Skip to main content



Died Circa 796



Career . Little is known about the life of Sibawayh, who, more than any other individual, was the foundational grammarian of Arabic. It is likely that he was born between about 755 and 766 and died around 793–796. Like many well-known grammarians, the language he became expert in was not his mother tongue. He was of Persian origin and migrated at an early age to Basrah, where he studied hadith, law, and grammar with many well-known teachers, including the famous Khalil ibn Ahmad (died between 776 and 791), who had a considerable influence on Sibawayh.

Writings . Sibawayh’s only work is called Kitab Sibaiuayh (“The Book of Sibawayh”), which was edited after his early death by his student al-Akhfash al-Awsat (died between 825 and 835). A huge book for its time, this comprehensive treatment of Arabic grammar spans nine hundred pages. Sibawayh started with seven introductory chapters and then dealt with syntax, morphology, and phonology, in that order. He based his findings on three sources: the Qur’an, early Arabic poetry, and the speech of the Bedouins. Finding the most reliable indication in his third source, Sibawayh collected firsthand evidence from the Bedouins, as well as citing secondhand information. He also had the critical acumen to reject some Bedouin evidence as incorrect. Furthermore, he judged speech on the basis of its effectiveness rather than as a set of logical propositions. He also frequently gave psychological or contextual explanations. Sibawayh’s grammar book is an original work of great genius that broke new ground. There are no precedents for it in Syriac, Greek, or Latin. Formerly, Greek and Sanskrit had perhaps been the best-described languages. After Sibawayh, Arabic was for centuries the most thoroughly analyzed and elucidated of languages from a grammatical point of view—a claim that may still hold true today.


M.G. Carter, “Sibawayh,” in Encyclopedia of Islam, CD-ROM version (Leiden: Brill, 1999).

Cite this article
Pick a style below, and copy the text for your bibliography.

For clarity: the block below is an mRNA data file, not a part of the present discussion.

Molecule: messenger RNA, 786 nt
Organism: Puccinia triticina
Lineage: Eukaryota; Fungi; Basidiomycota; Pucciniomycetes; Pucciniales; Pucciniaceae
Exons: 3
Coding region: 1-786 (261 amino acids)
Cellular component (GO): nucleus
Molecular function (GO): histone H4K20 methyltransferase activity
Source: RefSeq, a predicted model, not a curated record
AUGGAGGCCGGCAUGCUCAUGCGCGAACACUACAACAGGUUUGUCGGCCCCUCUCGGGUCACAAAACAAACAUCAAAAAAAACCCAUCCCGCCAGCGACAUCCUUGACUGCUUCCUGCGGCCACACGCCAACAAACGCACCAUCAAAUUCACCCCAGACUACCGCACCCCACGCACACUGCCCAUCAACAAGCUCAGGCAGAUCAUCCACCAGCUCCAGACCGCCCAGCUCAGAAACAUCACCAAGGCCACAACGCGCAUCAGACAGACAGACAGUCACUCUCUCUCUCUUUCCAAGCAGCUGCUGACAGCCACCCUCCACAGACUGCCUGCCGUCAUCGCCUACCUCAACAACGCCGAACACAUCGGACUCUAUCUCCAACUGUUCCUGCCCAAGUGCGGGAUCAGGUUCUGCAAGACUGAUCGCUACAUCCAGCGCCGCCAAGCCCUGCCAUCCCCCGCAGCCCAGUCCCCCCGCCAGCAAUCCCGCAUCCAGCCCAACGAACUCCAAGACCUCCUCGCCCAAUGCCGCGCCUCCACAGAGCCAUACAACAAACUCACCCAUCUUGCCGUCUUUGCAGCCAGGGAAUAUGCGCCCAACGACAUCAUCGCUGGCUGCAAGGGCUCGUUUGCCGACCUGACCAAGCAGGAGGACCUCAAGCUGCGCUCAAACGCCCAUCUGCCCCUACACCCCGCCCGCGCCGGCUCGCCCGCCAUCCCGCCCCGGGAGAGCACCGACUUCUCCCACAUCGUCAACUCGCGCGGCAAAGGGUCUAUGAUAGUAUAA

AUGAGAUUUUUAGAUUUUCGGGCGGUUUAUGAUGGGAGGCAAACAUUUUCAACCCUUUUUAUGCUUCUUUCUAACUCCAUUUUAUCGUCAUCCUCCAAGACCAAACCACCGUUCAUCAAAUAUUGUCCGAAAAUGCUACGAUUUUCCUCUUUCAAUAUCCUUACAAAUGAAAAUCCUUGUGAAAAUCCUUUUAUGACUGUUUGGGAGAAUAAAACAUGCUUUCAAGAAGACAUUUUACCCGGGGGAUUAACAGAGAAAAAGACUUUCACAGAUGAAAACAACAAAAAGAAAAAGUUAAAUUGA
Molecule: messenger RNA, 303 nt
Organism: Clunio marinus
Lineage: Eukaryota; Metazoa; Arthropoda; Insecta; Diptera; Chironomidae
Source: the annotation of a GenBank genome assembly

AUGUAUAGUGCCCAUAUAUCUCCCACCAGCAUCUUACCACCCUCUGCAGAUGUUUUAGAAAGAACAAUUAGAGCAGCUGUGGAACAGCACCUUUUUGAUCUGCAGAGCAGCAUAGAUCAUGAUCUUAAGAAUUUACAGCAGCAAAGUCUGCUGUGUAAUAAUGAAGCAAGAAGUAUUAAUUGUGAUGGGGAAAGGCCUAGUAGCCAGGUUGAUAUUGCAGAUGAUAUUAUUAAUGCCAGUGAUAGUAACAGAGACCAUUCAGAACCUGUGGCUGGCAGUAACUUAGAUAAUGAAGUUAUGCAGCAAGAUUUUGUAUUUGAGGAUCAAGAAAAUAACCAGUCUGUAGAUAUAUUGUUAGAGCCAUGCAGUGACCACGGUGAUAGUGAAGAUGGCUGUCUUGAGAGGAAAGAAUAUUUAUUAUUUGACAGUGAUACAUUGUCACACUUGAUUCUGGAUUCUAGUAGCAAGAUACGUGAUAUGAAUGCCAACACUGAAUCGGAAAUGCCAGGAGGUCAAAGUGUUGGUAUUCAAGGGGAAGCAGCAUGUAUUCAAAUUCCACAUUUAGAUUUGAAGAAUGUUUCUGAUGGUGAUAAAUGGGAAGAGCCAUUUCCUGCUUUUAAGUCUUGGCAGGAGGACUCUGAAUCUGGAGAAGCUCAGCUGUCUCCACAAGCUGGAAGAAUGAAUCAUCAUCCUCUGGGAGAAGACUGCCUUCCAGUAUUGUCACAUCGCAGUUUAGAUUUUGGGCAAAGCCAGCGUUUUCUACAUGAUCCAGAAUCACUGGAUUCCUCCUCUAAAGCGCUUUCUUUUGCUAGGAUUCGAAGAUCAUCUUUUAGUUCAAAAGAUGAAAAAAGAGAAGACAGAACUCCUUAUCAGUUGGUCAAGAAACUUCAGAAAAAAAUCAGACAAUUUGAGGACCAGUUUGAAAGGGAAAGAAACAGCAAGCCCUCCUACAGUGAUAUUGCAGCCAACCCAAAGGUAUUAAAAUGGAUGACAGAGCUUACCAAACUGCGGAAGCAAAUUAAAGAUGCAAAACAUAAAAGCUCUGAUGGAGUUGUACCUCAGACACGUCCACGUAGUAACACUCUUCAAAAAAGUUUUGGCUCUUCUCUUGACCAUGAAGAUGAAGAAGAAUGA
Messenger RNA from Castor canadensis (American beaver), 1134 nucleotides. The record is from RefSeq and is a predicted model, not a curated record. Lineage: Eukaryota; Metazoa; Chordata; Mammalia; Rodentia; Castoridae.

• MLA
  • Chicago
  • APA

"Sibawayh." World Eras. . 21 Apr. 2019 <>.

"Sibawayh." World Eras. . (April 21, 2019).

"Sibawayh." World Eras. . Retrieved April 21, 2019 from

Learn more about citation styles

Citation styles gives you the ability to cite reference entries and articles according to common styles from the Modern Language Association (MLA), The Chicago Manual of Style, and the American Psychological Association (APA).

Within the “Cite this article” tool, pick a style to see how all available information looks when formatted according to that style. Then, copy and paste the text into your bibliography or works cited list.

Because each style has its own formatting nuances that evolve over time and not all information is available for every reference entry or article, cannot guarantee each citation it generates. Therefore, it’s best to use citations as a starting point before checking the style against your school or publication’s requirements and the most-recent information available at these sites:

Modern Language Association

The Chicago Manual of Style

American Psychological Association

  • Most online reference entries and articles do not have page numbers. Therefore, that information is unavailable for most content. However, the date of retrieval is often important. Refer to each style’s convention regarding the best way to format page numbers and retrieval dates.
  • In addition to the MLA, Chicago, and APA styles, your school, university, publication, or institution may have its own requirements for citations. Therefore, be sure to refer to those guidelines when editing your bibliography or works cited list.